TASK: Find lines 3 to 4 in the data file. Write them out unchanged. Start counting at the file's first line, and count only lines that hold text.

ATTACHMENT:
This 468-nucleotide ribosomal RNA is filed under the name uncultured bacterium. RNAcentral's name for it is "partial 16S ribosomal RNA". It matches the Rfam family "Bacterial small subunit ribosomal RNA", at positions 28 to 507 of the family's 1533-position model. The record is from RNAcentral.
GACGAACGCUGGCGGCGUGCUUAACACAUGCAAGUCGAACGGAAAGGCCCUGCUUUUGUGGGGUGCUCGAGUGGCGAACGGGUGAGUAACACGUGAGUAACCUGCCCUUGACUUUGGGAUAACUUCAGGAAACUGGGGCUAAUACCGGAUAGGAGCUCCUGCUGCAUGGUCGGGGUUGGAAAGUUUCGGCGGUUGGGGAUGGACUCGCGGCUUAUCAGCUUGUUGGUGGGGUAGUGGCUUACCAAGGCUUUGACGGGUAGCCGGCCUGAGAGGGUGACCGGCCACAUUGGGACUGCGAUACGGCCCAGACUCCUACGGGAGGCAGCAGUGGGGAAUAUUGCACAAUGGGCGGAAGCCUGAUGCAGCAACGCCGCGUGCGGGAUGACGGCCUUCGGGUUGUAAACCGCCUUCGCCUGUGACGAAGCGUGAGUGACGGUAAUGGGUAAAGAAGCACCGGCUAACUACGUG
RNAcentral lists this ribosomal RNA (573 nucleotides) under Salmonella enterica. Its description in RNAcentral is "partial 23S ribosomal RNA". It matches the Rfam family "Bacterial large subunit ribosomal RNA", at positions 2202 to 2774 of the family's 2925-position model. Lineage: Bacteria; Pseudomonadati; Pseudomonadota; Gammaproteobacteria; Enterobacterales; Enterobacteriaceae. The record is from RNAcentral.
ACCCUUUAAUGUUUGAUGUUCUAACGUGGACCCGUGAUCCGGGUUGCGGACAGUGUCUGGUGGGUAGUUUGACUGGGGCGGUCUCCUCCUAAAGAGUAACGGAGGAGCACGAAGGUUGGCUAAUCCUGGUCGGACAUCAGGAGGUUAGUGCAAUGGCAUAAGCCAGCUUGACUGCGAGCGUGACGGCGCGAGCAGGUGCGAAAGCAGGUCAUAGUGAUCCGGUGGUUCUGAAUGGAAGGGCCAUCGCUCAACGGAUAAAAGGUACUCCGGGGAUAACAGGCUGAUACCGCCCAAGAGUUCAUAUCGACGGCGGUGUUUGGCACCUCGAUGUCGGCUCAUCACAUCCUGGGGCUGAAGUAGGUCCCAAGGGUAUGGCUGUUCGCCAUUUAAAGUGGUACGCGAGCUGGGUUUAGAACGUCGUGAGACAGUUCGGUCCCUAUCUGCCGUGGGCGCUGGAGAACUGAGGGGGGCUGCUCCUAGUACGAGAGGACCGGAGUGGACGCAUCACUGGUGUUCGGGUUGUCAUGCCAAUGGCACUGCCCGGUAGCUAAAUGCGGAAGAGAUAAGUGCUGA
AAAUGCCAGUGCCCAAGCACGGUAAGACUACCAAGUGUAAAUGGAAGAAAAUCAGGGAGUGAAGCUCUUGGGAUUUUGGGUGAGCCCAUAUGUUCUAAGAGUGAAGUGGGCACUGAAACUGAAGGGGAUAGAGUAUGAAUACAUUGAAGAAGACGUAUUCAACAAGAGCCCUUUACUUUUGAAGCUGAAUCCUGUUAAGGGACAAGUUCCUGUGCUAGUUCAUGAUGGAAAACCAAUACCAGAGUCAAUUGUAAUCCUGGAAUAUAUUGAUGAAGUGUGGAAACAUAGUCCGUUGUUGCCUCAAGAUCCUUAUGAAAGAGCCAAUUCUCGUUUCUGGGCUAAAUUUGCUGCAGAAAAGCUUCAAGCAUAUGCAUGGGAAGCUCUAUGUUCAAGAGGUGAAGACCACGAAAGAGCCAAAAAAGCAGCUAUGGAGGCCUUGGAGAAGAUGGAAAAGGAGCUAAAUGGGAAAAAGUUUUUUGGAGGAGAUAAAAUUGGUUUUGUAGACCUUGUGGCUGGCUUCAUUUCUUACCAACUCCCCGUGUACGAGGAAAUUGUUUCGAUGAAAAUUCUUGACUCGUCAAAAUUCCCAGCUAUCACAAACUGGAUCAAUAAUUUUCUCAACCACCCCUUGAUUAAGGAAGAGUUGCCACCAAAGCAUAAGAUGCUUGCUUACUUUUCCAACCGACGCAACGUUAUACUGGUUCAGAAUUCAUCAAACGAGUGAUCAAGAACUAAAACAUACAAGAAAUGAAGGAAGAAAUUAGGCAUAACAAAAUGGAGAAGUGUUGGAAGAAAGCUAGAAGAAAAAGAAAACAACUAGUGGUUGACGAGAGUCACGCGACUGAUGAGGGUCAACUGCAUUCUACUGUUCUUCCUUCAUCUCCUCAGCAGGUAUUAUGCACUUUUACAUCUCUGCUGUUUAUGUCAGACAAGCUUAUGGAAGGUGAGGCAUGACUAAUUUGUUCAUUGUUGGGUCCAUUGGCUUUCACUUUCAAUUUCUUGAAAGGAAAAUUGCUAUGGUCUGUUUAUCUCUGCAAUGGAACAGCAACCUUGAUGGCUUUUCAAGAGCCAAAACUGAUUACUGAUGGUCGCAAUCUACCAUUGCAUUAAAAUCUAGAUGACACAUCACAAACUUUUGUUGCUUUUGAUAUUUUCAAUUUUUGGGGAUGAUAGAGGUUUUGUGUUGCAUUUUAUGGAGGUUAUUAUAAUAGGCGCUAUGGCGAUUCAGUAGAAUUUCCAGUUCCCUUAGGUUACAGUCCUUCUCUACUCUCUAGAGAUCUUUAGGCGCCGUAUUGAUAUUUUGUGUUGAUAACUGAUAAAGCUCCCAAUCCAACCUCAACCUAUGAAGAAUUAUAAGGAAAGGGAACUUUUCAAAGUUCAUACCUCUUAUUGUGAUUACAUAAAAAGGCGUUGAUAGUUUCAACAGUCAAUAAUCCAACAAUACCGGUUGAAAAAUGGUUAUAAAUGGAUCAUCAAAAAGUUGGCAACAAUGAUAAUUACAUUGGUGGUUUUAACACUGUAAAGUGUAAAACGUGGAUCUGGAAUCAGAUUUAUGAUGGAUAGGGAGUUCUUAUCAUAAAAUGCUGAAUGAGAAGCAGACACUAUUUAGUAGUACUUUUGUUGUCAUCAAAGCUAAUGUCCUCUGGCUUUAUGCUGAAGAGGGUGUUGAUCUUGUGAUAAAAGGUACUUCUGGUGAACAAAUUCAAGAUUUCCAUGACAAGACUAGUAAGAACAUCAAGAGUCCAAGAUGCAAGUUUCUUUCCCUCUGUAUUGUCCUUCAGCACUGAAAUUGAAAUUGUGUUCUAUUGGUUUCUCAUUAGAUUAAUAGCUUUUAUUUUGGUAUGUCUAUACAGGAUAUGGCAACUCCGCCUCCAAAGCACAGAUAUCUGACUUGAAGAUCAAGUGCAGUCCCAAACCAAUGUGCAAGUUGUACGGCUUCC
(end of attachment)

RNAcentral lists this ribosomal RNA (573 nucleotides) under Salmonella enterica. Its description in RNAcentral is "partial 23S ribosomal RNA". It matches the Rfam family "Bacterial large subunit ribosomal RNA", at positions 2202 to 2774 of the family's 2925-position model. Lineage: Bacteria; Pseudomonadati; Pseudomonadota; Gammaproteobacteria; Enterobacterales; Enterobacteriaceae. The record is from RNAcentral.
ACCCUUUAAUGUUUGAUGUUCUAACGUGGACCCGUGAUCCGGGUUGCGGACAGUGUCUGGUGGGUAGUUUGACUGGGGCGGUCUCCUCCUAAAGAGUAACGGAGGAGCACGAAGGUUGGCUAAUCCUGGUCGGACAUCAGGAGGUUAGUGCAAUGGCAUAAGCCAGCUUGACUGCGAGCGUGACGGCGCGAGCAGGUGCGAAAGCAGGUCAUAGUGAUCCGGUGGUUCUGAAUGGAAGGGCCAUCGCUCAACGGAUAAAAGGUACUCCGGGGAUAACAGGCUGAUACCGCCCAAGAGUUCAUAUCGACGGCGGUGUUUGGCACCUCGAUGUCGGCUCAUCACAUCCUGGGGCUGAAGUAGGUCCCAAGGGUAUGGCUGUUCGCCAUUUAAAGUGGUACGCGAGCUGGGUUUAGAACGUCGUGAGACAGUUCGGUCCCUAUCUGCCGUGGGCGCUGGAGAACUGAGGGGGGCUGCUCCUAGUACGAGAGGACCGGAGUGGACGCAUCACUGGUGUUCGGGUUGUCAUGCCAAUGGCACUGCCCGGUAGCUAAAUGCGGAAGAGAUAAGUGCUGA